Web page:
Brittle stars on a coraline algae-covered rock on the Cape Matapan

Sea life: Brittle stars

Serpent skinned brittle star at Long Beach
Serpent skinned brittle star at Long Beach

Brittle stars are echinoderms, which makes them relatives of starfish, sea urchins, sea cucumbers, feather stars and basket stars. I was never particularly enamoured of them until I started seeing striped brittle stars on some of the deeper dive sites (more on that later).

Serpent skinned brittlestars at Sunny Cove
Serpent skinned brittlestars at Sunny Cove

Brittle stars are mainly found in deep water, but in Cape Town we do find serpent-skinned brittle stars in the shallows (well, at over eight metres’ depth, usually), often clustered in large groups.

A brittle star curling his toes up (Tony was swimming over him)
A brittle star curling his toes up (Tony was swimming over him)

All of a brittle star’s organs are located in its central disc. They have five legs, much like whips, and are extremely agile and quite fast movers. Unlike starfish, which use tube feet for moving around, brittle stars acutally use their arms, moving each one independently.

You can see in the picture below (out of focus because he was moving so fast!) how dexterous the brittle star is at turning himself right-side up. He’s balancing on three or four of his legs as he gives himself a powerful flip.

The underside of a brittle star
The underside of a brittle star

Their mouth (same opening also serves as an anus) is located on the underside of the central disc, like starfish. They have five toothy jaw plates inside their mouths. They are scavengers, but will also eat small worms or crustaceans. In the deep ocean, they capture nutritious snacks in the form of passing organisms from the prevailing currents.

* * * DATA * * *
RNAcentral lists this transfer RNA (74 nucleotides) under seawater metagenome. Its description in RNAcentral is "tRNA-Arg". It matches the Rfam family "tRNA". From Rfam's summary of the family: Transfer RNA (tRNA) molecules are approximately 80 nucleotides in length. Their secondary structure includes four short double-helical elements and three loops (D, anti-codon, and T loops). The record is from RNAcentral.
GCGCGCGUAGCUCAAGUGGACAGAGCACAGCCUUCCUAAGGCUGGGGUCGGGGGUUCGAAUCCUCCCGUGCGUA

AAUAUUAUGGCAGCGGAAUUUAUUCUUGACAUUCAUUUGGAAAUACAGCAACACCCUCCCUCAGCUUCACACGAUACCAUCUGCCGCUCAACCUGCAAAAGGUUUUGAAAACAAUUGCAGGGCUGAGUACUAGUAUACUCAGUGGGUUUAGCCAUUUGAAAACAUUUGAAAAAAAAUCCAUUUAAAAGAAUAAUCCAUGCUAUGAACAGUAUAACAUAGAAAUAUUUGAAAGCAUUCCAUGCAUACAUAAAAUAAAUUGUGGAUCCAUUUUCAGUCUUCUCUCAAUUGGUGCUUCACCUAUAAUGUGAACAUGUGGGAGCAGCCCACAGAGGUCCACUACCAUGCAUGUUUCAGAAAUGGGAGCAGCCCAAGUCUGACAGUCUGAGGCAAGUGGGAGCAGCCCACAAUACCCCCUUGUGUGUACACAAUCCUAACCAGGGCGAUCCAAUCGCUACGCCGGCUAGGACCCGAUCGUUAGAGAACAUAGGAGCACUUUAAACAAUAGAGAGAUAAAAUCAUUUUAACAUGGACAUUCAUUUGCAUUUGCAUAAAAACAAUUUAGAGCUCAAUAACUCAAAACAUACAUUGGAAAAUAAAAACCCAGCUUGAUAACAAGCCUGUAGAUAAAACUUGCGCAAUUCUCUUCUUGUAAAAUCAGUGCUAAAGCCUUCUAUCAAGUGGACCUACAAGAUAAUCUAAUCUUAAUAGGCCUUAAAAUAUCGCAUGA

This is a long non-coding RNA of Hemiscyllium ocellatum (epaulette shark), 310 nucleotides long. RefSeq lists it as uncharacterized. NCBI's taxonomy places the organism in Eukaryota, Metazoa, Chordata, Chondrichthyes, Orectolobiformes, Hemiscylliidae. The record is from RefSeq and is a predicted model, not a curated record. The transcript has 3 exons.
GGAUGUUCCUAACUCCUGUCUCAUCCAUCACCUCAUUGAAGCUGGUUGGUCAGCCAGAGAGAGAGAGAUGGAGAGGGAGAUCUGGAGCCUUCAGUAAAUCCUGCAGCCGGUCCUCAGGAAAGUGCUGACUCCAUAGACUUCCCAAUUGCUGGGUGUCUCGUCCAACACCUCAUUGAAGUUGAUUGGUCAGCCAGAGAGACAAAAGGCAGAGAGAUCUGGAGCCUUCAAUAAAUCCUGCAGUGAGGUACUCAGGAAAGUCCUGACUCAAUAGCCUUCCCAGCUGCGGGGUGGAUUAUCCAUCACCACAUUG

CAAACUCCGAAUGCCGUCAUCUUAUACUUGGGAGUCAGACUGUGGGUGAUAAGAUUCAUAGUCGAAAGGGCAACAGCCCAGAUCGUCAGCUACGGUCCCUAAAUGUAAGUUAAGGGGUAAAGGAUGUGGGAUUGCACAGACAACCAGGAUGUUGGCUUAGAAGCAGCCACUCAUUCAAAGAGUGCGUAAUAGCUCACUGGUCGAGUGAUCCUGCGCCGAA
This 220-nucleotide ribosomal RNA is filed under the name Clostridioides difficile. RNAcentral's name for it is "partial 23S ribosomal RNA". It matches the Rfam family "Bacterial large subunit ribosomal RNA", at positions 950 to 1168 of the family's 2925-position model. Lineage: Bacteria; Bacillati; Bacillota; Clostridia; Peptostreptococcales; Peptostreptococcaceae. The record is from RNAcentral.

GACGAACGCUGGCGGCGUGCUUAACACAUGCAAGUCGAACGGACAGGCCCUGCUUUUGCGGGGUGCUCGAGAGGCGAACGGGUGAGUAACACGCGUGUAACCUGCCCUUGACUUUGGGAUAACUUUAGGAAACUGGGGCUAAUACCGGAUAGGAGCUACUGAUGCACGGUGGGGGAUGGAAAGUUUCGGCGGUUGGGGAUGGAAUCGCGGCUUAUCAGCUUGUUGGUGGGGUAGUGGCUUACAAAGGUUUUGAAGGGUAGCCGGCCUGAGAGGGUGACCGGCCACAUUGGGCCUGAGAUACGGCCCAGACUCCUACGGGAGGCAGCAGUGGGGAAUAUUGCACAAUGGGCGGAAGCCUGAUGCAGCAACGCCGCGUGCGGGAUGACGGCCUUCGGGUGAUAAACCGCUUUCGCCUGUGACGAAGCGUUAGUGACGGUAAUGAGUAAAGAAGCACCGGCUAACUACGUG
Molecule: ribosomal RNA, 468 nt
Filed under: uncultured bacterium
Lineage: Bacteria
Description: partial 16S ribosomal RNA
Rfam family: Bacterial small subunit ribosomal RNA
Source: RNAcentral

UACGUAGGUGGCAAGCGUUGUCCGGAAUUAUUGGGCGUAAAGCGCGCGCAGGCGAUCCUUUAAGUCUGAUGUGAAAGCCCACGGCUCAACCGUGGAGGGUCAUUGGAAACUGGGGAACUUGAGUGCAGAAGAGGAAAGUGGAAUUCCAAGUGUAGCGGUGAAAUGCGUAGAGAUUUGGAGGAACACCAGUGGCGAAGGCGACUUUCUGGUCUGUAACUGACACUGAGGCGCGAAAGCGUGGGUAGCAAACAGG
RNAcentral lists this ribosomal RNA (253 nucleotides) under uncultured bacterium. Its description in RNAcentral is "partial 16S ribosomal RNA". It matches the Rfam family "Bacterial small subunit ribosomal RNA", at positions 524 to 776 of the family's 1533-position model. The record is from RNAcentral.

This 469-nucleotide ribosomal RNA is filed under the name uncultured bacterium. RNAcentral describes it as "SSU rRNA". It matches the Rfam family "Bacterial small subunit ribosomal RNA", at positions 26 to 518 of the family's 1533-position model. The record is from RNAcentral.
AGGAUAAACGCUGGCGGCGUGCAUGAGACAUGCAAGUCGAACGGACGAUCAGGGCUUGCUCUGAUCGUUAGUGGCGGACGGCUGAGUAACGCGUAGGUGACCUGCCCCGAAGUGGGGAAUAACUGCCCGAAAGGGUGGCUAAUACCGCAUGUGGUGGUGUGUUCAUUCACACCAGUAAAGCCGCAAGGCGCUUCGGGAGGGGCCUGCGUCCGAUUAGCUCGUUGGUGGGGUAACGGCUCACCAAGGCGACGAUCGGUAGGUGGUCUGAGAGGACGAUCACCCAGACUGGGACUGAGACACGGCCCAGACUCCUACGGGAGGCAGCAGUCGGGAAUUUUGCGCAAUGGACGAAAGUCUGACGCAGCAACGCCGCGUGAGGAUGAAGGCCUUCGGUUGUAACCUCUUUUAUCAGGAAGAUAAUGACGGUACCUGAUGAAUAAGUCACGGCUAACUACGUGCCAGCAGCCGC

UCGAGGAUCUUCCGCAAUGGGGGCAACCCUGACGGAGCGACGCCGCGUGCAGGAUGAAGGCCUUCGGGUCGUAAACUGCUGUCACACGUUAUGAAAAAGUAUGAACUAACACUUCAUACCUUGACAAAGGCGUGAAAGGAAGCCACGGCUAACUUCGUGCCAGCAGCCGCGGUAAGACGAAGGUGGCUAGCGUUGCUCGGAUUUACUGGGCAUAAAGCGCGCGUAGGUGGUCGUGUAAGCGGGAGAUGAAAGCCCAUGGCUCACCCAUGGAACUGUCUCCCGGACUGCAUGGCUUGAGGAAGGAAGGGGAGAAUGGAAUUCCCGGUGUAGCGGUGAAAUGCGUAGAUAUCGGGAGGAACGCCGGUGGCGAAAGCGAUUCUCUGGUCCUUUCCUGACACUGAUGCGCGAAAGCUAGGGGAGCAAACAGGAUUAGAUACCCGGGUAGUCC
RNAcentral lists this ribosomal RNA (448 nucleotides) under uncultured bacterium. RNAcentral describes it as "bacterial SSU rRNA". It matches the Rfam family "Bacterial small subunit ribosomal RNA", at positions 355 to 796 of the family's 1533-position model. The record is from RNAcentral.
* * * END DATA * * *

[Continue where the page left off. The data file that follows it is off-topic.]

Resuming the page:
Some species (including those found in the Cape) actually give birth to live young – they brood their larvae in sacks called bursae, located between their arms.

Brittle stars on a coraline algae-covered rock on the Cape Matapan
Brittle stars on a coraline algae-covered rock on the Cape Matapan

Striped brittle stars are mainly found in deeper water, and we saw a lot of them at Partridge Point and on the SS Cape Matapan. They are extremely well camouflaged against the sand, should they choose to lie on it!

Brittle stars at Partridge Point
Brittle stars at Partridge Point

Like starfish, brittle stars can also grow missing limbs back, unless they lose all their limbs at once. Here’s one at Long Beach, with his growing leg tucked in coyly.

Brittle star growing a leg back
Brittle star growing a leg back

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Clare

Lapsed mathematician, creator of order, formulator of hypotheses. Lover of the ocean, being outdoors, the bush, reading, photography, travelling (especially in Africa) and road trips.

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